Cameroon: British MPs Ramp-up Pressure on UK Gov’t to Act on Ongoing Genocide in Southern Cameroons

Members of the House of Commons in the United Kingdom have issued an Early Days Motion expressing concern over the ongoing genocide in the Southern Cameroons. The motion also urges the British government to “…work with its global partners and use all diplomatic means at its disposal to assist in de-escalating the violence and resolving the underlying conflicts including using diplomatic measures to encourage all sides to call a temporary cessation of military activities and to participate in inclusive peace talks mediated by an impartial third party; and further calls on the UK Government to ensure that people affected by the humanitarian crisis receive adequate support and aid”.

The Parliamentarians note that “…this House is deeply concerned by the ongoing conflict in Cameroon’s north west and south west regions; condemns the deliberate and continued killings of innocent civilians and grave violations against children since the start of the conflict in 2016; sends its sincerest condolences to all those who have tragically lost loved ones as a result…”

Picking up from where the Labour Member of Parliament, Emily Thornberry ended during the recent vote on the House of Commons bearing human rights concerns during the signing of trade deals, the MPs point to the worsening humanitarian situation on the territory. The MPs’ worries find justification in the revelations “…that according to The International Crisis Group and the UN over 4,000 people have been killed, 765,000 people displaced, and four million people have been affected by the humanitarian crisis and that around 800,000 children are out of school…”

Kwakwa in the South-west was among the first villages to be burnt to ashes (C) Pan African Visions

The lawmakers also express disappointment that despite the horrific crimes and targeted killings in Southern Cameroons, the international community has grossly neglected the suffering people and abandoned them at the mercy of President Biya’s military.

They point out consequently that “This House further notes that the Norwegian Refugee Council declared the conflict in Cameroon as the most neglected crisis on the planet for the second year running; urges the UK Government to publicly condemn the violence and bring to light all crimes and injustices”.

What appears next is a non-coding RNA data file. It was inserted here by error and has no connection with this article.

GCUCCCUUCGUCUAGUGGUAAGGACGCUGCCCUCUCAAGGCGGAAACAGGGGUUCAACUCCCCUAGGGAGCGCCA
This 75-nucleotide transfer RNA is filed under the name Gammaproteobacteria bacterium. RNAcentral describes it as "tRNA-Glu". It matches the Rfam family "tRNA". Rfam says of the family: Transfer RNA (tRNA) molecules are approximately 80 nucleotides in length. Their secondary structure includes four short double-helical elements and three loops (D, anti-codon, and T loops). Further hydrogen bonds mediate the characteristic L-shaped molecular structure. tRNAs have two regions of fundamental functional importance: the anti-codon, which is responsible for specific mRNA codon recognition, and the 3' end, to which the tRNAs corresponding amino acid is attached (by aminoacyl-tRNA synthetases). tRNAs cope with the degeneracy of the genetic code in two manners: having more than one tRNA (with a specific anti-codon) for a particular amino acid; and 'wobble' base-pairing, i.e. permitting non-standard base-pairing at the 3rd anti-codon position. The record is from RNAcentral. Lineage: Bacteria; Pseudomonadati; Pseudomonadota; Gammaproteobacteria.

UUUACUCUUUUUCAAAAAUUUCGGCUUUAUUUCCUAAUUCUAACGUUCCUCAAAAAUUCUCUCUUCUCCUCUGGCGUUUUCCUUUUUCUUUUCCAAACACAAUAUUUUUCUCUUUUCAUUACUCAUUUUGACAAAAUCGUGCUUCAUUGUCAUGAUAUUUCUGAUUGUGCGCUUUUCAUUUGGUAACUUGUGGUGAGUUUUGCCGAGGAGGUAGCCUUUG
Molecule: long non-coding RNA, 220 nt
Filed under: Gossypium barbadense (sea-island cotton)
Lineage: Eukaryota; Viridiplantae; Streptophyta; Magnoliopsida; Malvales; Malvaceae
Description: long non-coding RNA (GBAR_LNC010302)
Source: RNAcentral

Early Day Motions (EDMs) are motions submitted for debate in the House of Commons for which no day has been fixed. As there is no specific time allocated to EDMs very few are debated. However, many attract a great deal of public interest and media coverage. Generally, Early Day Motions are used to put on record the views of individual MPs or to draw attention to specific events or campaigns. Topics covered by EDMs vary widely.

A key strength of EDMs is that by attracting the signatures of other MPs, they can be used to demonstrate the level of Parliamentary support for a particular cause or point of view. Records demonstrate that in an average session only six or seven EDMs reach over two hundred signatures. Usually, around seventy or eighty get over one hundred signatures, though the majority will attract only one or two signatures. But there is no rule whereby the number of signatures affects the likelihood of an EDM being debated.

Given their specific nature, Ministers, Whips and Parliamentary Private Secretaries do not normally sign EDMs.  The Ministerial Code sets out the standards of conduct expected of ministers and how they discharge their duties and includes guidance for Parliamentary Private Secretaries. Also, neither the Speaker nor Deputy Speakers will sign EDMs as their role requires them to be politically impartial, just as internal party rules may also affect who can sign early day motions.

Millions of Southern Cameroonians on the territory occasionally flood the streets in support (C) Discover Africa News

The current EDM on the ongoing genocide in Southern Cameroons has this far attracted twelve signatures and counting. The political background of the signatories of the EDM is indicative of the fact that the indignation over the perceived human rights abuses and the worsening humanitarian situation in the former UN Trust Territory under British stewardship cuts across party belonging. The signatories this far are drawn from the Liberal Democrats, Democratic Unionists, the Scottish National Party, and Independents.

News of the floating of this EDM comes on the heels of the visit to Cameroon January 31 to February 2 of the Secretary of State at the Vatican, Pietro Cardinal Parolin. The Cardinal reportedly served Cameroon’s President, Paul Biya a mail from the Pope offering to mediate a peace deal to end the bloodshed.

Pietro Cardinal Parolin’s visit has already attracted support from the United States’ Senate Foreign Relations Committee. An official of the Committee tweeted “I welcome the visit by Cardinal Pietro Parolin, Vatican Secretary of State, to Bamenda to send a message of peace & reconciliation. The international community must continue to raise awareness of #Cameroon’shorrific #Anglophone crisis & support efforts to end the conflict”.